Life Science Compliance Update

December 08, 2017

Drug Pricing Report Released by NASEM

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The most recent example of drug marketing being caught in the crossfire of the drug pricing debate can be found in a report by the National Academies of Sciences, Engineering and Medicine, which included suppression of consumer marketing in a set of recommendations on how to lower the cost of prescription drugs for patients. One recommendation was that advertising costs should no longer be considered tax deductible as a business expense.

The report offers eight recommendations with twenty-seven different actions for their implementation (a sample of actions in each area appears below) to improve the affordability of prescription drugs without discouraging the development of new and more effective drugs for the future.

“Over the past several decades, the biopharmaceutical sector in the United States has been successful in developing and delivering effective drugs for improving health and fighting disease, and many medical conditions that were long deemed untreatable can now be cured or managed effectively,” said Norman Augustine, former chairman and CEO of Lockheed Martin Corp., former chairman of the National Academy of Engineering, and chair of the committee that conducted the study and wrote the report. “However, high and increasing costs of prescription drugs coupled with the broader trends in overall medical expenditures, which now equals 18 percent of the nation’s gross domestic product, are unsustainable to society as  whole. Our report seeks to address the market failures that currently permeate the biopharmaceutical sector, such as lack of competition due to distortions in the application of the patent protection process, the imbalance between the negotiating power of suppliers and purchasers, and the convoluted structure of the supply chain. Although changes within the current system will be demanding, they are likely to better serve the nation.”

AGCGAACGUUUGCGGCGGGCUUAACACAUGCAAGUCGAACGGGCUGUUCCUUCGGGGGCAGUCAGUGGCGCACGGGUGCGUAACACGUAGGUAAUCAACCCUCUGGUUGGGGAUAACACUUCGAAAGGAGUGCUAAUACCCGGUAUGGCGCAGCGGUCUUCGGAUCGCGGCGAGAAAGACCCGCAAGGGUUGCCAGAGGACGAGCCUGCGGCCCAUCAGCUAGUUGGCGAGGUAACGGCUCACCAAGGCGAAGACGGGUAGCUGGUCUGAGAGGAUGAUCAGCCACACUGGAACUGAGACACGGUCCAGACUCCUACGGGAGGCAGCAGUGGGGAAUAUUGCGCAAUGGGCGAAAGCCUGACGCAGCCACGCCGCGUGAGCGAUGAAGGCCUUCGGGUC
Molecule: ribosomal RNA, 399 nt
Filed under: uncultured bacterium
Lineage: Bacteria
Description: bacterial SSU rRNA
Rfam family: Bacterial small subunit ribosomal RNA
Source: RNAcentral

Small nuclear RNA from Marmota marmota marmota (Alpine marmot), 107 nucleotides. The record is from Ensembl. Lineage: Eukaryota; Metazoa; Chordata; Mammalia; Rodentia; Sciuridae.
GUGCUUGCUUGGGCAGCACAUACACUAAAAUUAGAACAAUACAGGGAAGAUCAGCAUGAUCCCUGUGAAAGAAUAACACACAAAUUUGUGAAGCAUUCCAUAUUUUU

One recommendation was that governmental purchasing power should be consolidated and applied to strengthen formulary design and improve drug valuation methods. The report recommends that to achieve that end, Congress modify current legislation to allow the United States Department of Health and Human Services (HHS) to directly negotiate prices with producers and suppliers of medicines, including acting on behalf of any relevant state agency that chooses to participate in the process. The report also recommends that Congress authorize HHS, related federal agencies, and associated private payers to expand flexibility in formulary design, including very selective exclusion of drugs, such as when less costly drugs provide similar clinical benefit.